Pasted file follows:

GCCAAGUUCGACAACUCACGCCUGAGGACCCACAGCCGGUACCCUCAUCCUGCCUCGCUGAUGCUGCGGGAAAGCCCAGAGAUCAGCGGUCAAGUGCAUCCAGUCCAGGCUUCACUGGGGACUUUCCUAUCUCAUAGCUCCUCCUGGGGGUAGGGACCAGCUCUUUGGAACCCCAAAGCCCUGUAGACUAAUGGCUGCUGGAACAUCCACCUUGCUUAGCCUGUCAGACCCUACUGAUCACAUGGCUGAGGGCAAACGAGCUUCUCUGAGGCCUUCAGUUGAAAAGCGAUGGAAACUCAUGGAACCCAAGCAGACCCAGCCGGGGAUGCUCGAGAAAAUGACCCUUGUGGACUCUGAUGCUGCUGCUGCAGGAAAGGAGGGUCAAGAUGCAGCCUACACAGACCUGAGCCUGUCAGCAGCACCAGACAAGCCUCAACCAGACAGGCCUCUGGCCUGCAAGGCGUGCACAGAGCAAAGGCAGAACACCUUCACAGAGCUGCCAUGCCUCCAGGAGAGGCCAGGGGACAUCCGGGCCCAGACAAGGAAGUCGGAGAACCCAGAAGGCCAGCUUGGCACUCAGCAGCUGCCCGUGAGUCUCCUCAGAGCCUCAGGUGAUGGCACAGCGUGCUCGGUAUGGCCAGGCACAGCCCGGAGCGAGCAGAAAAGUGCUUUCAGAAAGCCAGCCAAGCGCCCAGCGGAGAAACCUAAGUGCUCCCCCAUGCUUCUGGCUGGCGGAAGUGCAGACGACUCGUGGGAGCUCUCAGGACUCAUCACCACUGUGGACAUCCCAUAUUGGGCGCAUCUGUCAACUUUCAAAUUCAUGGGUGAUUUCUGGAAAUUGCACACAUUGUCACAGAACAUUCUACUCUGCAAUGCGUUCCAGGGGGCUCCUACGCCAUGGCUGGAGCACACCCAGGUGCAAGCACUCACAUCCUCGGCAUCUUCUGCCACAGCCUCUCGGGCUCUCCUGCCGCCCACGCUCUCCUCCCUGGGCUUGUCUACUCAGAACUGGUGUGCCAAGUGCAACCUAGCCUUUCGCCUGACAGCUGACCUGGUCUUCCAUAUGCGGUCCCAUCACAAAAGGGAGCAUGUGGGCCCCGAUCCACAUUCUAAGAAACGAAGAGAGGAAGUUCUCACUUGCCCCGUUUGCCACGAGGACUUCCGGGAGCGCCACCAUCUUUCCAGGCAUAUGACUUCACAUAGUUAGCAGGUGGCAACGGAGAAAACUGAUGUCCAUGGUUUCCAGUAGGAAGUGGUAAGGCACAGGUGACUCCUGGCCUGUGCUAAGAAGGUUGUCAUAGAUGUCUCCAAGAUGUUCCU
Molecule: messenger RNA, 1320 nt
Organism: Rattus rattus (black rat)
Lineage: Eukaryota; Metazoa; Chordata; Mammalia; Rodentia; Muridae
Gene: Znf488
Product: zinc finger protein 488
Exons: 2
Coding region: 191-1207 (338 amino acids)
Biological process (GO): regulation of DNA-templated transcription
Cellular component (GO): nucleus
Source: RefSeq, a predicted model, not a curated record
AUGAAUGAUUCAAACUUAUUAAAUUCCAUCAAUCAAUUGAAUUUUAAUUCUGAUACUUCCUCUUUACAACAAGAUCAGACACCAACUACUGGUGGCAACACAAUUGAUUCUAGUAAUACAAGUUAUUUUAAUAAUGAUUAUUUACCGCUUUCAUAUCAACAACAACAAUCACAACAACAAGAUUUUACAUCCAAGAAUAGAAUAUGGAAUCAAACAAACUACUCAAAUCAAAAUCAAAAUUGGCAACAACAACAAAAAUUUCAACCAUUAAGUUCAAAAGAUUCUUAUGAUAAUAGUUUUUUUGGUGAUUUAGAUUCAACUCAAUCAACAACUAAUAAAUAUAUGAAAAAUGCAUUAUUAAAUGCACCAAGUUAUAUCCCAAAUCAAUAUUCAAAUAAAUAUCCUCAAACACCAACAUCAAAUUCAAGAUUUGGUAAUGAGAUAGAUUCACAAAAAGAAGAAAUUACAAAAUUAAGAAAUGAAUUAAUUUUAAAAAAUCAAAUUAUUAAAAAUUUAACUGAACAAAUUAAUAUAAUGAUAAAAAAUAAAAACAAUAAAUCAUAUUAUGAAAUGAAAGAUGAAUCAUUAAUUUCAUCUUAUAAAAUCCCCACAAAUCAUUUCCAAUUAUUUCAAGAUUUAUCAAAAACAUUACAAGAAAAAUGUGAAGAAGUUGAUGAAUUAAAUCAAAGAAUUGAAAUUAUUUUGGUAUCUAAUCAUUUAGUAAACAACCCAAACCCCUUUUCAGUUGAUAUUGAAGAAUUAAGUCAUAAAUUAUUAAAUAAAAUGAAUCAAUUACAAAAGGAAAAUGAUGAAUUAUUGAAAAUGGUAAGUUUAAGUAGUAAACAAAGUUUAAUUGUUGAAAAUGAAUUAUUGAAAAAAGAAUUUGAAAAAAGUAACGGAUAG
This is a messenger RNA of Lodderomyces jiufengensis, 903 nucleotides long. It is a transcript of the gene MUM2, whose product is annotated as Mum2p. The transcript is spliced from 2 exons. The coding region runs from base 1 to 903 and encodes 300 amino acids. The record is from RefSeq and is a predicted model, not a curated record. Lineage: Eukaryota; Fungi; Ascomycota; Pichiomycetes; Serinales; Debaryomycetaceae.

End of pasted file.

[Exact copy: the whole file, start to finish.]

GCCAAGUUCGACAACUCACGCCUGAGGACCCACAGCCGGUACCCUCAUCCUGCCUCGCUGAUGCUGCGGGAAAGCCCAGAGAUCAGCGGUCAAGUGCAUCCAGUCCAGGCUUCACUGGGGACUUUCCUAUCUCAUAGCUCCUCCUGGGGGUAGGGACCAGCUCUUUGGAACCCCAAAGCCCUGUAGACUAAUGGCUGCUGGAACAUCCACCUUGCUUAGCCUGUCAGACCCUACUGAUCACAUGGCUGAGGGCAAACGAGCUUCUCUGAGGCCUUCAGUUGAAAAGCGAUGGAAACUCAUGGAACCCAAGCAGACCCAGCCGGGGAUGCUCGAGAAAAUGACCCUUGUGGACUCUGAUGCUGCUGCUGCAGGAAAGGAGGGUCAAGAUGCAGCCUACACAGACCUGAGCCUGUCAGCAGCACCAGACAAGCCUCAACCAGACAGGCCUCUGGCCUGCAAGGCGUGCACAGAGCAAAGGCAGAACACCUUCACAGAGCUGCCAUGCCUCCAGGAGAGGCCAGGGGACAUCCGGGCCCAGACAAGGAAGUCGGAGAACCCAGAAGGCCAGCUUGGCACUCAGCAGCUGCCCGUGAGUCUCCUCAGAGCCUCAGGUGAUGGCACAGCGUGCUCGGUAUGGCCAGGCACAGCCCGGAGCGAGCAGAAAAGUGCUUUCAGAAAGCCAGCCAAGCGCCCAGCGGAGAAACCUAAGUGCUCCCCCAUGCUUCUGGCUGGCGGAAGUGCAGACGACUCGUGGGAGCUCUCAGGACUCAUCACCACUGUGGACAUCCCAUAUUGGGCGCAUCUGUCAACUUUCAAAUUCAUGGGUGAUUUCUGGAAAUUGCACACAUUGUCACAGAACAUUCUACUCUGCAAUGCGUUCCAGGGGGCUCCUACGCCAUGGCUGGAGCACACCCAGGUGCAAGCACUCACAUCCUCGGCAUCUUCUGCCACAGCCUCUCGGGCUCUCCUGCCGCCCACGCUCUCCUCCCUGGGCUUGUCUACUCAGAACUGGUGUGCCAAGUGCAACCUAGCCUUUCGCCUGACAGCUGACCUGGUCUUCCAUAUGCGGUCCCAUCACAAAAGGGAGCAUGUGGGCCCCGAUCCACAUUCUAAGAAACGAAGAGAGGAAGUUCUCACUUGCCCCGUUUGCCACGAGGACUUCCGGGAGCGCCACCAUCUUUCCAGGCAUAUGACUUCACAUAGUUAGCAGGUGGCAACGGAGAAAACUGAUGUCCAUGGUUUCCAGUAGGAAGUGGUAAGGCACAGGUGACUCCUGGCCUGUGCUAAGAAGGUUGUCAUAGAUGUCUCCAAGAUGUUCCU
Molecule: messenger RNA, 1320 nt
Organism: Rattus rattus (black rat)
Lineage: Eukaryota; Metazoa; Chordata; Mammalia; Rodentia; Muridae
Gene: Znf488
Product: zinc finger protein 488
Exons: 2
Coding region: 191-1207 (338 amino acids)
Biological process (GO): regulation of DNA-templated transcription
Cellular component (GO): nucleus
Source: RefSeq, a predicted model, not a curated record
AUGAAUGAUUCAAACUUAUUAAAUUCCAUCAAUCAAUUGAAUUUUAAUUCUGAUACUUCCUCUUUACAACAAGAUCAGACACCAACUACUGGUGGCAACACAAUUGAUUCUAGUAAUACAAGUUAUUUUAAUAAUGAUUAUUUACCGCUUUCAUAUCAACAACAACAAUCACAACAACAAGAUUUUACAUCCAAGAAUAGAAUAUGGAAUCAAACAAACUACUCAAAUCAAAAUCAAAAUUGGCAACAACAACAAAAAUUUCAACCAUUAAGUUCAAAAGAUUCUUAUGAUAAUAGUUUUUUUGGUGAUUUAGAUUCAACUCAAUCAACAACUAAUAAAUAUAUGAAAAAUGCAUUAUUAAAUGCACCAAGUUAUAUCCCAAAUCAAUAUUCAAAUAAAUAUCCUCAAACACCAACAUCAAAUUCAAGAUUUGGUAAUGAGAUAGAUUCACAAAAAGAAGAAAUUACAAAAUUAAGAAAUGAAUUAAUUUUAAAAAAUCAAAUUAUUAAAAAUUUAACUGAACAAAUUAAUAUAAUGAUAAAAAAUAAAAACAAUAAAUCAUAUUAUGAAAUGAAAGAUGAAUCAUUAAUUUCAUCUUAUAAAAUCCCCACAAAUCAUUUCCAAUUAUUUCAAGAUUUAUCAAAAACAUUACAAGAAAAAUGUGAAGAAGUUGAUGAAUUAAAUCAAAGAAUUGAAAUUAUUUUGGUAUCUAAUCAUUUAGUAAACAACCCAAACCCCUUUUCAGUUGAUAUUGAAGAAUUAAGUCAUAAAUUAUUAAAUAAAAUGAAUCAAUUACAAAAGGAAAAUGAUGAAUUAUUGAAAAUGGUAAGUUUAAGUAGUAAACAAAGUUUAAUUGUUGAAAAUGAAUUAUUGAAAAAAGAAUUUGAAAAAAGUAACGGAUAG
This is a messenger RNA of Lodderomyces jiufengensis, 903 nucleotides long. It is a transcript of the gene MUM2, whose product is annotated as Mum2p. The transcript is spliced from 2 exons. The coding region runs from base 1 to 903 and encodes 300 amino acids. The record is from RefSeq and is a predicted model, not a curated record. Lineage: Eukaryota; Fungi; Ascomycota; Pichiomycetes; Serinales; Debaryomycetaceae.